Tips for creating “me time” when your entire extended family is in your living room

Holidays.

The ideal: fun, family, food.

 

Reality (especially when hosting!) for some: lots of organizing and crowded home.

 

Pesach, like most holidays, can be an extremely exciting time for families to get together, share meals and ideas, and celebrate with one another.

 

However, holidays can be a painfully long and uncomfortable experience for different people.

Examples of people who find Pesach to be a difficult and tiring experience: those who are missing a loved one that passed away, those who don’t love spending too much time with too many relatives, those who need everything to come out perfect and are aware of every little “disaster” that unfolds, those who hate missing so much work and time in exchange for long religious rituals, etc, etc, etc.

 

But it is also a difficult time for people who LOVE their families, very much enjoy the religious aspects of the holiday, and go with the flow in all areas- but deal with things like social anxiety and other mental illnesses.

 

Whatever your reason is, here are some tips on how to create “me time” when your entire extended family is in your living room:

 

1) Short term? Go to the bathroom.

Bathroom breaks are totally expected and normal, and going to the bathroom is a valid excuse to leave the table at any point. Go there and just take some time to breath, sprinkle some cool water on your face, or take two minutes to just be with yourself. When you are ready, come back a little more energized.

2) Long nights? Go to sleep at a normal hour.

Sure, it can be a little embarrassing when others are staying up and you are not. But if the night is dragging on forever and everyone is just hanging out, don’t be shy to play the “bed time” card for yourself. Needing sleep is perfectly acceptable and natural, and you should get sleep even though others are staying up.

3) Too much going on at once? Silence is golden.

It is not a big deal to drop out of one or two conversations here and there. If you don’t like the topic and have been listening to too much at once, zone out of the subject and feel free to stay out of things temporarily. It is not your responsibility to keep every conversation between the people in the room going, but it is your responsibility not to exhaust your energy by trying to make sure everything is going perfect constantly in terms of subjects chosen for conversations.

4) Small things going wrong? Focus On The Positive.

Oftentimes, it is about your point of view. Do you see your five year old nephews fighting about some jelly beans (kosher for Passover!) OR are you appreciating the fact that different parts of the family are celebrating together in one room? Remember that you love what you’re doing and who you’re with and that small things that go wrong are really not all that important.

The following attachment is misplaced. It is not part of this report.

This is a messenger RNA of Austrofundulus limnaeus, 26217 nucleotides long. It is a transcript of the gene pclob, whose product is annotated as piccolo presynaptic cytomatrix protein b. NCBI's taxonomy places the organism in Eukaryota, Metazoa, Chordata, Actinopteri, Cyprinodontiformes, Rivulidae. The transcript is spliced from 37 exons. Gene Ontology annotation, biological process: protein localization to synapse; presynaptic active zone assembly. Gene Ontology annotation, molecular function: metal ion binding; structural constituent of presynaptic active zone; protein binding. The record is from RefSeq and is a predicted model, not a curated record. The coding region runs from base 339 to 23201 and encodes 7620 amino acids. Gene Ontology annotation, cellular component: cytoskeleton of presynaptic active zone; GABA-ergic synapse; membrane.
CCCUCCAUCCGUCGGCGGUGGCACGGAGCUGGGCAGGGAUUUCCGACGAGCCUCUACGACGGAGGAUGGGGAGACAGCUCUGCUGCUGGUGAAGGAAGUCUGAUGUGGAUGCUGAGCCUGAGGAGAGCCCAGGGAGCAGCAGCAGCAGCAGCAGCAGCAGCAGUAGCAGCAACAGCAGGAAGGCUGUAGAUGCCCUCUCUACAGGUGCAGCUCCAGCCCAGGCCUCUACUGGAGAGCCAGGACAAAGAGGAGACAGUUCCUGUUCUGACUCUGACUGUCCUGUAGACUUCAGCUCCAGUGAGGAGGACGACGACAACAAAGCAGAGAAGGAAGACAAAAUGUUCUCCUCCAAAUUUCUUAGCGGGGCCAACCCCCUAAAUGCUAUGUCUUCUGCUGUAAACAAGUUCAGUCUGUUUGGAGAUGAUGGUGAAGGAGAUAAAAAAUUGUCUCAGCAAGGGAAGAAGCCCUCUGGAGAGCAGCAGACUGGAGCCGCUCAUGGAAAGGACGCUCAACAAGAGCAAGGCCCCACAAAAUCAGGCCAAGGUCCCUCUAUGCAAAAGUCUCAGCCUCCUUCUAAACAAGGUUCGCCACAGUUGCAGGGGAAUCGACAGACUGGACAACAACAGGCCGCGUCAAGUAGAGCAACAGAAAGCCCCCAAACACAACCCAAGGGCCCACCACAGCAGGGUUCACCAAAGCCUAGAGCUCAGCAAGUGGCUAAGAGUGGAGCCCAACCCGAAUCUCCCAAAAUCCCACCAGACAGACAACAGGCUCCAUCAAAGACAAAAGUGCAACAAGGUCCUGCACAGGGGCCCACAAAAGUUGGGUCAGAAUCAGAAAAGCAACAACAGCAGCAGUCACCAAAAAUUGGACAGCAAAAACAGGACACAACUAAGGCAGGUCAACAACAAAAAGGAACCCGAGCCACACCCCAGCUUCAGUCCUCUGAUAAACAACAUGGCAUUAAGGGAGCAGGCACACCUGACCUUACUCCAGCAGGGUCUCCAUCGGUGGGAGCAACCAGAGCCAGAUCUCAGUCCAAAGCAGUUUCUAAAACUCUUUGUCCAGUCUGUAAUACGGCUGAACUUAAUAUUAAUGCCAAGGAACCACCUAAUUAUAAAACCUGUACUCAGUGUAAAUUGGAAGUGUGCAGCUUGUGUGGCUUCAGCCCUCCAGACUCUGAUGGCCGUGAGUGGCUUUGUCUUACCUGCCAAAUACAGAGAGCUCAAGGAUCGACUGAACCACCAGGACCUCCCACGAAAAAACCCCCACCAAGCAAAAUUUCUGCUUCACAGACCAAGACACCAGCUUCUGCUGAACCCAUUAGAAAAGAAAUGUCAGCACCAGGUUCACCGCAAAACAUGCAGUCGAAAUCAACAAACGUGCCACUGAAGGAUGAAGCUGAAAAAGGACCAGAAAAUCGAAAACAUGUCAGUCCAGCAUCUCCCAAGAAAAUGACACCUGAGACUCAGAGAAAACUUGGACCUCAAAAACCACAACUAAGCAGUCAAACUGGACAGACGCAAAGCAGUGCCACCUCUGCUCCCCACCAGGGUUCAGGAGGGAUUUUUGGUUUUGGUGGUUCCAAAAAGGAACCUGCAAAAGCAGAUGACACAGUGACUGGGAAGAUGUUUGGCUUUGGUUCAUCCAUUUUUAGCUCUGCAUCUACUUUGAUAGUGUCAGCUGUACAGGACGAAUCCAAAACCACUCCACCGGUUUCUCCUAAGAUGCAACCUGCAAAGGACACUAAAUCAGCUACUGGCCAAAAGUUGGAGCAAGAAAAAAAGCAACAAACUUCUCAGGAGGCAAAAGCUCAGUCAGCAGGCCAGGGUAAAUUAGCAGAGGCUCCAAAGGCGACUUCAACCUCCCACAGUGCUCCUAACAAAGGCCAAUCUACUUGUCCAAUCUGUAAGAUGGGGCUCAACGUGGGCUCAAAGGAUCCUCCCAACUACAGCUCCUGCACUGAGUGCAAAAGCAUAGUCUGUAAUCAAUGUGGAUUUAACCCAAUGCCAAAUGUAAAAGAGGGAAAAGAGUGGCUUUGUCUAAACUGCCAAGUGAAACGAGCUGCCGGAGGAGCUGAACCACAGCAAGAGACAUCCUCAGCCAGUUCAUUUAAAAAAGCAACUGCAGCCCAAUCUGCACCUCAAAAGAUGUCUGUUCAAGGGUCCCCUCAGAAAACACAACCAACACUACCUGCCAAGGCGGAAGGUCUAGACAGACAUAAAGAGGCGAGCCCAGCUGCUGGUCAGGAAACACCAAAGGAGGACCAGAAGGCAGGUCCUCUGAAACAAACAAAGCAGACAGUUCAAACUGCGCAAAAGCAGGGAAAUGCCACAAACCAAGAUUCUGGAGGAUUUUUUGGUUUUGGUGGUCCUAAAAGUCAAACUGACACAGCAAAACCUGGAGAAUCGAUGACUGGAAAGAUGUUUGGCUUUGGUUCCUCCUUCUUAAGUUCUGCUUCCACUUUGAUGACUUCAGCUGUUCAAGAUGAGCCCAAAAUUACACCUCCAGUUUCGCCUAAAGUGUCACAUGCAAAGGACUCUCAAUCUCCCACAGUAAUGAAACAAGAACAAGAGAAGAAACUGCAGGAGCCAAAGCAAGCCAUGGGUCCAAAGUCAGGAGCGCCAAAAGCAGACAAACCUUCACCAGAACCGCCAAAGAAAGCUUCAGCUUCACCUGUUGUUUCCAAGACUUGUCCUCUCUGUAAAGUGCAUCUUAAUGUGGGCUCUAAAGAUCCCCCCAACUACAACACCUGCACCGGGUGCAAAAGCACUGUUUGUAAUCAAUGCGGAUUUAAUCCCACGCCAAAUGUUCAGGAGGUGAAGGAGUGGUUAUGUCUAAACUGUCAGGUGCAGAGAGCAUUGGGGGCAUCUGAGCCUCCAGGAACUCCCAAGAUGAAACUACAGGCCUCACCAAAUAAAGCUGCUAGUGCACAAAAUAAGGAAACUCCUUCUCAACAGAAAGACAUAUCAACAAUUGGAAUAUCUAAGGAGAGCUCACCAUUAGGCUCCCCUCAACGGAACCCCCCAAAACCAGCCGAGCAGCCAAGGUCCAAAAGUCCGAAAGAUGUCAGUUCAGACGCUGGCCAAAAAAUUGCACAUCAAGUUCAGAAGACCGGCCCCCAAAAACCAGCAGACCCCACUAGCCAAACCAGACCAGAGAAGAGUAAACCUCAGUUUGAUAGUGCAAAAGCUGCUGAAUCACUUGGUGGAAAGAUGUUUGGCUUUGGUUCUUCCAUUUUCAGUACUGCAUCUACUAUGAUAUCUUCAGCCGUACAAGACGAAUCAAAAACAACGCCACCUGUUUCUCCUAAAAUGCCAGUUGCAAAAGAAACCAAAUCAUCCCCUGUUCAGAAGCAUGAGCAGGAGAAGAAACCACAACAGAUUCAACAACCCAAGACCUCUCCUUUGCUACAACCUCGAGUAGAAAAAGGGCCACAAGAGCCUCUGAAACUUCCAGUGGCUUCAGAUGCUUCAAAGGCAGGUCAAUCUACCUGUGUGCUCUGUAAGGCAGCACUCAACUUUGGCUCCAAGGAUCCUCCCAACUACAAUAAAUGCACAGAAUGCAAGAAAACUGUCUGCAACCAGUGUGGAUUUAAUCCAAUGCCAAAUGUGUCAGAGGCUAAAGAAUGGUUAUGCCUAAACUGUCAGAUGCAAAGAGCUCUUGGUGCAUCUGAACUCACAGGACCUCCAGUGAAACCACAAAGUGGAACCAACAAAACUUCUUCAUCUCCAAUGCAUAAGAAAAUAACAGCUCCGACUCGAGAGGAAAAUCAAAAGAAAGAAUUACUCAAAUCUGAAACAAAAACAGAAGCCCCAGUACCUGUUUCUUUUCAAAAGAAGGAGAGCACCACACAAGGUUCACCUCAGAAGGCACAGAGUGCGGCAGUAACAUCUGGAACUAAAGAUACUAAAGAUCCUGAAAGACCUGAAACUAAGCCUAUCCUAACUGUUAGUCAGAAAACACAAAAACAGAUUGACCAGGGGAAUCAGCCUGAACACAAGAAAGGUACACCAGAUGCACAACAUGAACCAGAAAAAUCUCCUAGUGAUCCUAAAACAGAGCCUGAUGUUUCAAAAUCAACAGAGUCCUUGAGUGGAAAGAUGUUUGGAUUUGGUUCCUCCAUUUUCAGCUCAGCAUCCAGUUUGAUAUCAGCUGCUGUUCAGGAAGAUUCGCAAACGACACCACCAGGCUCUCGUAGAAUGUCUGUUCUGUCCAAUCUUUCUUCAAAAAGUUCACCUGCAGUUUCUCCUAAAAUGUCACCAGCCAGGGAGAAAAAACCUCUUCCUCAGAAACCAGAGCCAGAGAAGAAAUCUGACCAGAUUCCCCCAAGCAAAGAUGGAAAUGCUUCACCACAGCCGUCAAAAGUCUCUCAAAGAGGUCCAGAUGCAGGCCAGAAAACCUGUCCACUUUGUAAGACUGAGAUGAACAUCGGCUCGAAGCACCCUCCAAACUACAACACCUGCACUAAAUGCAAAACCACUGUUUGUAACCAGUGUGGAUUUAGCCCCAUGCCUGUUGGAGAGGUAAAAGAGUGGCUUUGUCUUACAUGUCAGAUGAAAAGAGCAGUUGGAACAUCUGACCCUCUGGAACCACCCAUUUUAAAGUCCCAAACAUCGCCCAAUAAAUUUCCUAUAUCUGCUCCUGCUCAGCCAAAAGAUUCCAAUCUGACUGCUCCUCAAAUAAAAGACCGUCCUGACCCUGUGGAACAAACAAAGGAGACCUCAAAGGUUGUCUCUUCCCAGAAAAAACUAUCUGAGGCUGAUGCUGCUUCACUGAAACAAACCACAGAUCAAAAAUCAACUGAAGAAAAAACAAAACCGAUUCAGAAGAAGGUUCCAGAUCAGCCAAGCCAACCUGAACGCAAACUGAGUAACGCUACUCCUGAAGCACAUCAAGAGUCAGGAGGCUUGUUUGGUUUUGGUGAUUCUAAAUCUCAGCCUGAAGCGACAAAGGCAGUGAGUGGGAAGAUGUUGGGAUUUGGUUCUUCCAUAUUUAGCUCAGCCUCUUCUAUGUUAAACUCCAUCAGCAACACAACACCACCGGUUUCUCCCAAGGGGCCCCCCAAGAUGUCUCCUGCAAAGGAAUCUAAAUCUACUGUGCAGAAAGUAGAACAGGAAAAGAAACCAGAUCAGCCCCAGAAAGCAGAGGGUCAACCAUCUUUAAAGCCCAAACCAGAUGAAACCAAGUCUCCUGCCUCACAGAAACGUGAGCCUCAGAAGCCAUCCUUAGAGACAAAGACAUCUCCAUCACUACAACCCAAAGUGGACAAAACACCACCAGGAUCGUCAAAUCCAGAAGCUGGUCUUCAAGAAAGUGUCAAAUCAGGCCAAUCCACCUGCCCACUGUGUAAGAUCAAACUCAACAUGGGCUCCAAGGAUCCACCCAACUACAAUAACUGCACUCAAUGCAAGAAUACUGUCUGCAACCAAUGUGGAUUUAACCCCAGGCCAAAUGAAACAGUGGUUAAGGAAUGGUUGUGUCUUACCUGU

5) Getting overwhelmed? Time is temporary.

Constantly remind yourself that in a few hours the meal will end. Do so in a positive way, thinking about how accomplished you will feel having been able to get through a tedious evening. Imagine the end goal when you are no longer facing the anxieties directly but can say that you spent time with your family and succeeded in participating in fascinating discussions and meaningful celebrations.

6) Feeling down? Praise yourself.

Think about how well you are doing CONSTANTLY. Give yourself a pretend high five every time you notice yourself doing ok or even enjoying yourself. Cut yourself slack for mistakes and slip-ups, and understand that it IS a difficult season for many people. Try your best, and appreciate that you did.

Shanee Markovitz

Shanee Markovitz

Shanee Markovitz was born in Israel and grew up Southern Florida. She is currently in the honors program at Stern College for Women. Shanee is a big proponent of destigmatizing mental health and being open about it. Her own experiences, including her mother's suicide, have led her to get involved, speak out, and make a difference. She has written popular articles on numerous sites including the Forward and is in the process of writing a book about various mental health topics. She speaks in public forums about the effect mental illness has had on her life and the wisdom she has attained from her struggles, as well as the impact mental health has on individuals and communities. She is devoted to seeing the stigma of mental illness disappear during her lifetime. She would love for you to join with her on the quest to destigmatize mental illness and support those in need.
Shanee Markovitz

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